If you download a pirated movie on the internet, your odds of facing serious penalties are fairly modest. But Hollywood studios are becoming increasingly aggressive about prosecuting those who distribute movies in violation of copyright law. An extreme case of this came last week, when a judge in the United Kingdom sentenced 25-year-old Philip Danks to 33 months in prison for illegally distributing the movie Fast and Furious 6.
A couple of factors contributed to the man's harsh sentence. First, Danks wasn't just another guy sharing the movie online; he was the guy who uploaded the original pirated copy to peer-to-peer networks. He recorded the film while sitting in a local movie theater last year. The film was downloaded 700,000 times, which the film's distributor, Universal Pictures, argues cost it $2.5 million.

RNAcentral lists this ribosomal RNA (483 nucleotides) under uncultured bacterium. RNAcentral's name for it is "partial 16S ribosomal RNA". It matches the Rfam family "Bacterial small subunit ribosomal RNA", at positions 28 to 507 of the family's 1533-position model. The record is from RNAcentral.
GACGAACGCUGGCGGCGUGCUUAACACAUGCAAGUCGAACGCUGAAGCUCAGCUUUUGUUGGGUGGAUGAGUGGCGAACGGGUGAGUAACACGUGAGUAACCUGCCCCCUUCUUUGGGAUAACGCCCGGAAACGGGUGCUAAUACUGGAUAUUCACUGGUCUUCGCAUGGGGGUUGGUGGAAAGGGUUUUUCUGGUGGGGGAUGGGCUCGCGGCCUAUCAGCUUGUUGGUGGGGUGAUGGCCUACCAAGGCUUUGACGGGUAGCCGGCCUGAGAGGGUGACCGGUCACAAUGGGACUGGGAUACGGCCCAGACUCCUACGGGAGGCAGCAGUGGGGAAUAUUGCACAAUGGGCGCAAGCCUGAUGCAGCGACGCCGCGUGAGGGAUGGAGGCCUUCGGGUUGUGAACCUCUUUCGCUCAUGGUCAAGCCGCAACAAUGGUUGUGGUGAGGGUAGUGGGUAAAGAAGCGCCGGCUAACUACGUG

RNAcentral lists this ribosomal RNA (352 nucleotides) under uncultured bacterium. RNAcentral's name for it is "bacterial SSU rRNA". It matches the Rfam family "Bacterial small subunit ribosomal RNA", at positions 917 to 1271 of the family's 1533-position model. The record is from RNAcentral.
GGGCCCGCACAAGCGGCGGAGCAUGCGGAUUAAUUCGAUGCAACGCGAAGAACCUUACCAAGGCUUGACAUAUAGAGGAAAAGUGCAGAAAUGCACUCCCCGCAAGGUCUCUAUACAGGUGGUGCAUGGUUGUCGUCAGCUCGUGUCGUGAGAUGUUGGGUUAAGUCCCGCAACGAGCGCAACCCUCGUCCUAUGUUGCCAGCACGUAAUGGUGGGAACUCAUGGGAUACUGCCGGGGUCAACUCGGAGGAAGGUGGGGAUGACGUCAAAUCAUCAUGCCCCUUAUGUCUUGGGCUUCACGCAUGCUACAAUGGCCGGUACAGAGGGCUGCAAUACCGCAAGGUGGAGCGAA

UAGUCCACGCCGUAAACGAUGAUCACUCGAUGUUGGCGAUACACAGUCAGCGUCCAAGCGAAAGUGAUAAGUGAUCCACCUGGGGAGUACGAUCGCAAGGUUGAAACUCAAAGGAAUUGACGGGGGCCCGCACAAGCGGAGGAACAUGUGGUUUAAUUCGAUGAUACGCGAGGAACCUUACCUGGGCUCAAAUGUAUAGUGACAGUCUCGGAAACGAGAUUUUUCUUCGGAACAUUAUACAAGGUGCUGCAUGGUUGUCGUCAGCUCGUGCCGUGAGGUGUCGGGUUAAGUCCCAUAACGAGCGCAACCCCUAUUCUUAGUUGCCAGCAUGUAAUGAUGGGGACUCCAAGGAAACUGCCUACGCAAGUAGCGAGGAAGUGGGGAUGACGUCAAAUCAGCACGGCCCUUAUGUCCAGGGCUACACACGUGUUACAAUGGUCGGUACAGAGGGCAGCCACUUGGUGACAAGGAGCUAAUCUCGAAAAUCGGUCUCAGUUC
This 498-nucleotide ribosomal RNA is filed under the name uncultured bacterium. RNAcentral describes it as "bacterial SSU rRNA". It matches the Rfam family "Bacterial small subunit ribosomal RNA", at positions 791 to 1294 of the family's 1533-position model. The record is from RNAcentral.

Second, Danks was defiant, even after he was arrested. A few days after his arrest, he posted to Facebook: "Seven billion people and I was the first. F*** you Universal Pictures." He reportedly continued distributing the film even after his arrest. The judge who handed down the sentence chastised Danks for his "bold, arrogant, and cocksure" attitude.